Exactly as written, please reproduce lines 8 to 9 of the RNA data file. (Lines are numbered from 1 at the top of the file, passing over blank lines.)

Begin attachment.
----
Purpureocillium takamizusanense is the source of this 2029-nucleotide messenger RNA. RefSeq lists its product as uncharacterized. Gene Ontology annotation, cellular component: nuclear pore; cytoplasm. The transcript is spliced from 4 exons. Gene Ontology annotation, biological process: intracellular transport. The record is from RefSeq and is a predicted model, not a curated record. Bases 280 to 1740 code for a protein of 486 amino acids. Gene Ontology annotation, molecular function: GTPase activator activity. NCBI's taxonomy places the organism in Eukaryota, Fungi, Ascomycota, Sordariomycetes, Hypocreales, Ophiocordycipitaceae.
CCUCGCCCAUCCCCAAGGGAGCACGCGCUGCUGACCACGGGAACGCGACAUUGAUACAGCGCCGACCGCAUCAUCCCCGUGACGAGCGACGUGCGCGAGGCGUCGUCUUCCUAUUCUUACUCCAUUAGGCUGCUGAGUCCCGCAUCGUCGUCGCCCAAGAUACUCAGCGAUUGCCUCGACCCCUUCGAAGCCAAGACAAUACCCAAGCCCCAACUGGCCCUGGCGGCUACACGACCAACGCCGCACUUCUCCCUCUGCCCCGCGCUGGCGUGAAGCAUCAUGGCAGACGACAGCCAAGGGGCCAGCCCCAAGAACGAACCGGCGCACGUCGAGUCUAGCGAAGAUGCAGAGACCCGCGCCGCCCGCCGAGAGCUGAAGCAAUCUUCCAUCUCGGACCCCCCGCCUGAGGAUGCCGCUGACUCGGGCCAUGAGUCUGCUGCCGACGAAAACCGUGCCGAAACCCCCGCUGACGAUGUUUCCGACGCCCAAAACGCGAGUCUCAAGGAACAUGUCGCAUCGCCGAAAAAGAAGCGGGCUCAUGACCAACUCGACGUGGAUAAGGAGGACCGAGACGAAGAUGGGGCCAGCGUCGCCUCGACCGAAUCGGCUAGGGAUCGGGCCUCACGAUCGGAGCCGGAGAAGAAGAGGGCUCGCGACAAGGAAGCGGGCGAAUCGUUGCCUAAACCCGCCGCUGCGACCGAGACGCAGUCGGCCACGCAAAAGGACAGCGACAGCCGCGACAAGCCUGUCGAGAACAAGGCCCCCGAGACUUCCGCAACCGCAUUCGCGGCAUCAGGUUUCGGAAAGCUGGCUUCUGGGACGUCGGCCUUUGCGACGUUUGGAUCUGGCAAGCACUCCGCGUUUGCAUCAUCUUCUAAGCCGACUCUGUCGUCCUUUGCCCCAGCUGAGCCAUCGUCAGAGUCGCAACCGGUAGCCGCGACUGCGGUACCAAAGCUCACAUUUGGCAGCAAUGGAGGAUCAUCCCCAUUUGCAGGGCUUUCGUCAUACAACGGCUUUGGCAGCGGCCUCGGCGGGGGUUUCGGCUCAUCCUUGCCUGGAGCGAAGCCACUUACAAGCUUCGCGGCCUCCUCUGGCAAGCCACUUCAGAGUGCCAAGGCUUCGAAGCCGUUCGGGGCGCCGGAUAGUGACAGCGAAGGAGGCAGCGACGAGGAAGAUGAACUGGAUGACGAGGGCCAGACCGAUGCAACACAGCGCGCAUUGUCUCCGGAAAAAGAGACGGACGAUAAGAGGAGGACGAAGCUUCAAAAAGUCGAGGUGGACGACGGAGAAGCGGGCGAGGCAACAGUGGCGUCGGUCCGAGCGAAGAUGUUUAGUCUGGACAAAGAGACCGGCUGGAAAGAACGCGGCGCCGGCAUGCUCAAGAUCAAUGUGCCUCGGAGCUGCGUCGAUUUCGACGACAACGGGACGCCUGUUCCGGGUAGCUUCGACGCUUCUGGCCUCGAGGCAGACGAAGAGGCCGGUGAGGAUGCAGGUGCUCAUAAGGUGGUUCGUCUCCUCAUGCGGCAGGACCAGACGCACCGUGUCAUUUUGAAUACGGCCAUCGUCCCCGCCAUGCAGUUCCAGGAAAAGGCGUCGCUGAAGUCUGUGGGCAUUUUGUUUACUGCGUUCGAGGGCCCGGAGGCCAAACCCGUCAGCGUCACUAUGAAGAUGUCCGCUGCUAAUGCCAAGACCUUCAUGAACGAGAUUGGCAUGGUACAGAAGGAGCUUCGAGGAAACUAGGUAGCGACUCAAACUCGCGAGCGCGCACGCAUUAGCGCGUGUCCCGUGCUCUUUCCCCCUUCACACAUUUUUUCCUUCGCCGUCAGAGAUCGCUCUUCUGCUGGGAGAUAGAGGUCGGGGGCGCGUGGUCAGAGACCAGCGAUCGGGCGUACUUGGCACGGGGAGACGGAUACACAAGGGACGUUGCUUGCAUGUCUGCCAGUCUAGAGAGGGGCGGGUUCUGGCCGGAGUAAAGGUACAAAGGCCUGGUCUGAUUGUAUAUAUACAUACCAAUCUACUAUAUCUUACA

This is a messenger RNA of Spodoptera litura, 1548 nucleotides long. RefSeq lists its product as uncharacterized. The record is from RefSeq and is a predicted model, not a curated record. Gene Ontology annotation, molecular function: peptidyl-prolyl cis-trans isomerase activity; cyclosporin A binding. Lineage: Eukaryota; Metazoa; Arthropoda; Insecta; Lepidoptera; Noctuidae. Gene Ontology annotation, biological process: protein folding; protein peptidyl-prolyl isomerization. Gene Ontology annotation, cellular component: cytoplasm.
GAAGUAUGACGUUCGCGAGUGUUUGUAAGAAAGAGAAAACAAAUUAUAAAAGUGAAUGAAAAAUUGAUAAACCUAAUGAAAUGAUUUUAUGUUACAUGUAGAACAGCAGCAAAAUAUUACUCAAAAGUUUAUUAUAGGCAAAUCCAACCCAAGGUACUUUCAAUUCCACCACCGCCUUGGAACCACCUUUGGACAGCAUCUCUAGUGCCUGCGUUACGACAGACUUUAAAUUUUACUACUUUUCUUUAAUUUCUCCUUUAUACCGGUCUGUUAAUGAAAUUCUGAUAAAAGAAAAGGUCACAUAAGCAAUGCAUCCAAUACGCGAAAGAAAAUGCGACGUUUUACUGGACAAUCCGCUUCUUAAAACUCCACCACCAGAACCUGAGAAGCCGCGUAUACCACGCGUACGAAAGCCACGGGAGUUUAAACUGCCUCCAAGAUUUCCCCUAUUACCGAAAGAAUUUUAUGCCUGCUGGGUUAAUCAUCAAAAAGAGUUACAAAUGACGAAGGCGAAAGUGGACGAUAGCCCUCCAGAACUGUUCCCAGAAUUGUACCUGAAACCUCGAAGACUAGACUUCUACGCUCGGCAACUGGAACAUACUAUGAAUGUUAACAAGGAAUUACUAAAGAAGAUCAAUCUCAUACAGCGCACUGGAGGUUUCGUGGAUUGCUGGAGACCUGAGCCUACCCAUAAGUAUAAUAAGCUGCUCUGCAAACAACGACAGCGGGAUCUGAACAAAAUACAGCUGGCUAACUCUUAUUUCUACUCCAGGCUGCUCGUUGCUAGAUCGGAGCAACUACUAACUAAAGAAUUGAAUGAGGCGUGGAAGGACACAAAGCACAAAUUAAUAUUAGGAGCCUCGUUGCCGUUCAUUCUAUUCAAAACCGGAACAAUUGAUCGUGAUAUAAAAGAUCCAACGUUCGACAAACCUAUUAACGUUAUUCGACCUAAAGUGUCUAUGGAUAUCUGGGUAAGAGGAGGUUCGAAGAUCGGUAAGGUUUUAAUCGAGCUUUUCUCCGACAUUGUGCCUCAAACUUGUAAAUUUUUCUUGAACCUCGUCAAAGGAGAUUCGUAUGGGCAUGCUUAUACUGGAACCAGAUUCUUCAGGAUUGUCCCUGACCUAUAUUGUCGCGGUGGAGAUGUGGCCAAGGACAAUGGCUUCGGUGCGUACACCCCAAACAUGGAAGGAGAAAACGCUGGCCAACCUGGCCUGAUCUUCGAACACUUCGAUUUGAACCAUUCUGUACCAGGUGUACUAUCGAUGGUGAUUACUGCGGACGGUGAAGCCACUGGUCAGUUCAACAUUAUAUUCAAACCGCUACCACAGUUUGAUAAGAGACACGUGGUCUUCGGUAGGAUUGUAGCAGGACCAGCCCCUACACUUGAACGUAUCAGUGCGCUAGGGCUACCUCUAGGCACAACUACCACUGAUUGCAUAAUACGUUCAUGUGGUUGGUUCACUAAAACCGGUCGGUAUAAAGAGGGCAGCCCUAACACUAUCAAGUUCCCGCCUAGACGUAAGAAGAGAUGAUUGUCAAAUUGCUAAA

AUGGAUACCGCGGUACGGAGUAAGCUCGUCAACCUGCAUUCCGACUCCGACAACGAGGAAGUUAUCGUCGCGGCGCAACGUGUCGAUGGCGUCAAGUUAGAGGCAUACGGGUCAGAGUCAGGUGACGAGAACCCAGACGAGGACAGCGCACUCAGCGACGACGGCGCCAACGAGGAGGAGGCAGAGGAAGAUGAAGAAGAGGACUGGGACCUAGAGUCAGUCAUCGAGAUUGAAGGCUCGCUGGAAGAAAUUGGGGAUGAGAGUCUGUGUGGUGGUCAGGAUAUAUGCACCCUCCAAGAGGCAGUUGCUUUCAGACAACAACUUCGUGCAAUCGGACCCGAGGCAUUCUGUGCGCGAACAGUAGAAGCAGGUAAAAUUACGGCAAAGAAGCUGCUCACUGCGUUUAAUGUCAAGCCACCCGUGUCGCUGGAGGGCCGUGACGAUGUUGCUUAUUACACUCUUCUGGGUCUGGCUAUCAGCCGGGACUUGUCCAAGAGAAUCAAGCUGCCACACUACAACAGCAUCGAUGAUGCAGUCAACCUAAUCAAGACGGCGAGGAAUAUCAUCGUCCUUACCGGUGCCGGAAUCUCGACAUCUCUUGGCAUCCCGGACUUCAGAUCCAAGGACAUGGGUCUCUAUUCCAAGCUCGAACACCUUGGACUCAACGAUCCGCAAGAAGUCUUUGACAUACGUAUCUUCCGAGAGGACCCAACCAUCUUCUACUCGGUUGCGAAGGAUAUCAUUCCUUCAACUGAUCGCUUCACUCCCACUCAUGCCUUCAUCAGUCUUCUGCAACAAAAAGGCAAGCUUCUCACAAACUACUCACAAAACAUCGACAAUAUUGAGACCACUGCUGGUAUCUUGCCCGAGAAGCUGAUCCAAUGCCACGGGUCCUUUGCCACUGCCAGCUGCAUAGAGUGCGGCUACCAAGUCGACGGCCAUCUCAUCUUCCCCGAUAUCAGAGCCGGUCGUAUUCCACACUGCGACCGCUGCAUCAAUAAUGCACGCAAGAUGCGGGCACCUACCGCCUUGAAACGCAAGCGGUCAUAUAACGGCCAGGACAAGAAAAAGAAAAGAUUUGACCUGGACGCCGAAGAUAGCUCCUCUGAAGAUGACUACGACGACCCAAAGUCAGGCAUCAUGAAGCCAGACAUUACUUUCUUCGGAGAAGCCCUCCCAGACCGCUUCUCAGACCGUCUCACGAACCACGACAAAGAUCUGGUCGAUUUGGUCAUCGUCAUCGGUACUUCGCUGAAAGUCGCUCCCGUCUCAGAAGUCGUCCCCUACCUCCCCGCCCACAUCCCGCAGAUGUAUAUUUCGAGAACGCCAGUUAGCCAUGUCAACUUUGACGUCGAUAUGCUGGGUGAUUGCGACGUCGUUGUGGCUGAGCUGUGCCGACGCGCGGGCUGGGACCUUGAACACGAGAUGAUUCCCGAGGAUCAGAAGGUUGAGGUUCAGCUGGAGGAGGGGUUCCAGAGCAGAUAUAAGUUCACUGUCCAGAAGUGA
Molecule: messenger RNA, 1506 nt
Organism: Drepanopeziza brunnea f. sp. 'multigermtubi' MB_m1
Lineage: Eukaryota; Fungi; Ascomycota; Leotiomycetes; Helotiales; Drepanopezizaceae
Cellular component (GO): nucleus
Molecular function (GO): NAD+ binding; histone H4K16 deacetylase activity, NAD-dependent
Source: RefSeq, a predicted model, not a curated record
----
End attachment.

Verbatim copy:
Lineage: Eukaryota; Fungi; Ascomycota; Leotiomycetes; Helotiales; Drepanopezizaceae
Cellular component (GO): nucleus